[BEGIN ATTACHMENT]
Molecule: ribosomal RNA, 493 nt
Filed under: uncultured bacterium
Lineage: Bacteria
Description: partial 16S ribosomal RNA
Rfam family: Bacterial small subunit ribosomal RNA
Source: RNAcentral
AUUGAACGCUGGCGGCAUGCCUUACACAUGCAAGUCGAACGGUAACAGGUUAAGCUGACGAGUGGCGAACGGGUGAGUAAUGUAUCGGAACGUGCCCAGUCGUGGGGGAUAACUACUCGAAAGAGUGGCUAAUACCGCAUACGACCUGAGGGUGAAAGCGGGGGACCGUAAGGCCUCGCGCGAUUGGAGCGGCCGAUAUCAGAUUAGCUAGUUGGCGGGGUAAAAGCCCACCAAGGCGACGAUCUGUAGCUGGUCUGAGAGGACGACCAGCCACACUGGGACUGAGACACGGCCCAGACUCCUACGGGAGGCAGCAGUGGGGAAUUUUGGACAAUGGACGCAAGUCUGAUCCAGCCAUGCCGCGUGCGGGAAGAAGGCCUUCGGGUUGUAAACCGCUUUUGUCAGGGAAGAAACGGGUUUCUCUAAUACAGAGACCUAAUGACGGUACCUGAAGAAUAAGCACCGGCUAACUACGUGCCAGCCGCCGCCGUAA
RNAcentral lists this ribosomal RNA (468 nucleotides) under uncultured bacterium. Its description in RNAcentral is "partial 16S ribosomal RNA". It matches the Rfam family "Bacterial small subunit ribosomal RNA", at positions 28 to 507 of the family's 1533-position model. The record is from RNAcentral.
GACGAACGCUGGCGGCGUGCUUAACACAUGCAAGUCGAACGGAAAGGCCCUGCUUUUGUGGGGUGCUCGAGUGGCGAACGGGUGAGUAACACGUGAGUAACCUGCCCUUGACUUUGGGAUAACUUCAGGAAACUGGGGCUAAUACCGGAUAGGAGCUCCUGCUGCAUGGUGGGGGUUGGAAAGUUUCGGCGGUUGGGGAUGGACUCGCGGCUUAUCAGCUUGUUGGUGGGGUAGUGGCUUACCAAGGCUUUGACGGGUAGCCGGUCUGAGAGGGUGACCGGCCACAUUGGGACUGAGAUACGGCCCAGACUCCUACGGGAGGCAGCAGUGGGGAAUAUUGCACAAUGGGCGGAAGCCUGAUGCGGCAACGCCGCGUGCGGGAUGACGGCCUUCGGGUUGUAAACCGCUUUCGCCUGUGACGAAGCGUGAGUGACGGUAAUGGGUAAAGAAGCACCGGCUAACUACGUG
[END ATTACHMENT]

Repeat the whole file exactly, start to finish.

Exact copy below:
Molecule: ribosomal RNA, 493 nt
Filed under: uncultured bacterium
Lineage: Bacteria
Description: partial 16S ribosomal RNA
Rfam family: Bacterial small subunit ribosomal RNA
Source: RNAcentral
AUUGAACGCUGGCGGCAUGCCUUACACAUGCAAGUCGAACGGUAACAGGUUAAGCUGACGAGUGGCGAACGGGUGAGUAAUGUAUCGGAACGUGCCCAGUCGUGGGGGAUAACUACUCGAAAGAGUGGCUAAUACCGCAUACGACCUGAGGGUGAAAGCGGGGGACCGUAAGGCCUCGCGCGAUUGGAGCGGCCGAUAUCAGAUUAGCUAGUUGGCGGGGUAAAAGCCCACCAAGGCGACGAUCUGUAGCUGGUCUGAGAGGACGACCAGCCACACUGGGACUGAGACACGGCCCAGACUCCUACGGGAGGCAGCAGUGGGGAAUUUUGGACAAUGGACGCAAGUCUGAUCCAGCCAUGCCGCGUGCGGGAAGAAGGCCUUCGGGUUGUAAACCGCUUUUGUCAGGGAAGAAACGGGUUUCUCUAAUACAGAGACCUAAUGACGGUACCUGAAGAAUAAGCACCGGCUAACUACGUGCCAGCCGCCGCCGUAA
RNAcentral lists this ribosomal RNA (468 nucleotides) under uncultured bacterium. Its description in RNAcentral is "partial 16S ribosomal RNA". It matches the Rfam family "Bacterial small subunit ribosomal RNA", at positions 28 to 507 of the family's 1533-position model. The record is from RNAcentral.
GACGAACGCUGGCGGCGUGCUUAACACAUGCAAGUCGAACGGAAAGGCCCUGCUUUUGUGGGGUGCUCGAGUGGCGAACGGGUGAGUAACACGUGAGUAACCUGCCCUUGACUUUGGGAUAACUUCAGGAAACUGGGGCUAAUACCGGAUAGGAGCUCCUGCUGCAUGGUGGGGGUUGGAAAGUUUCGGCGGUUGGGGAUGGACUCGCGGCUUAUCAGCUUGUUGGUGGGGUAGUGGCUUACCAAGGCUUUGACGGGUAGCCGGUCUGAGAGGGUGACCGGCCACAUUGGGACUGAGAUACGGCCCAGACUCCUACGGGAGGCAGCAGUGGGGAAUAUUGCACAAUGGGCGGAAGCCUGAUGCGGCAACGCCGCGUGCGGGAUGACGGCCUUCGGGUUGUAAACCGCUUUCGCCUGUGACGAAGCGUGAGUGACGGUAAUGGGUAAAGAAGCACCGGCUAACUACGUG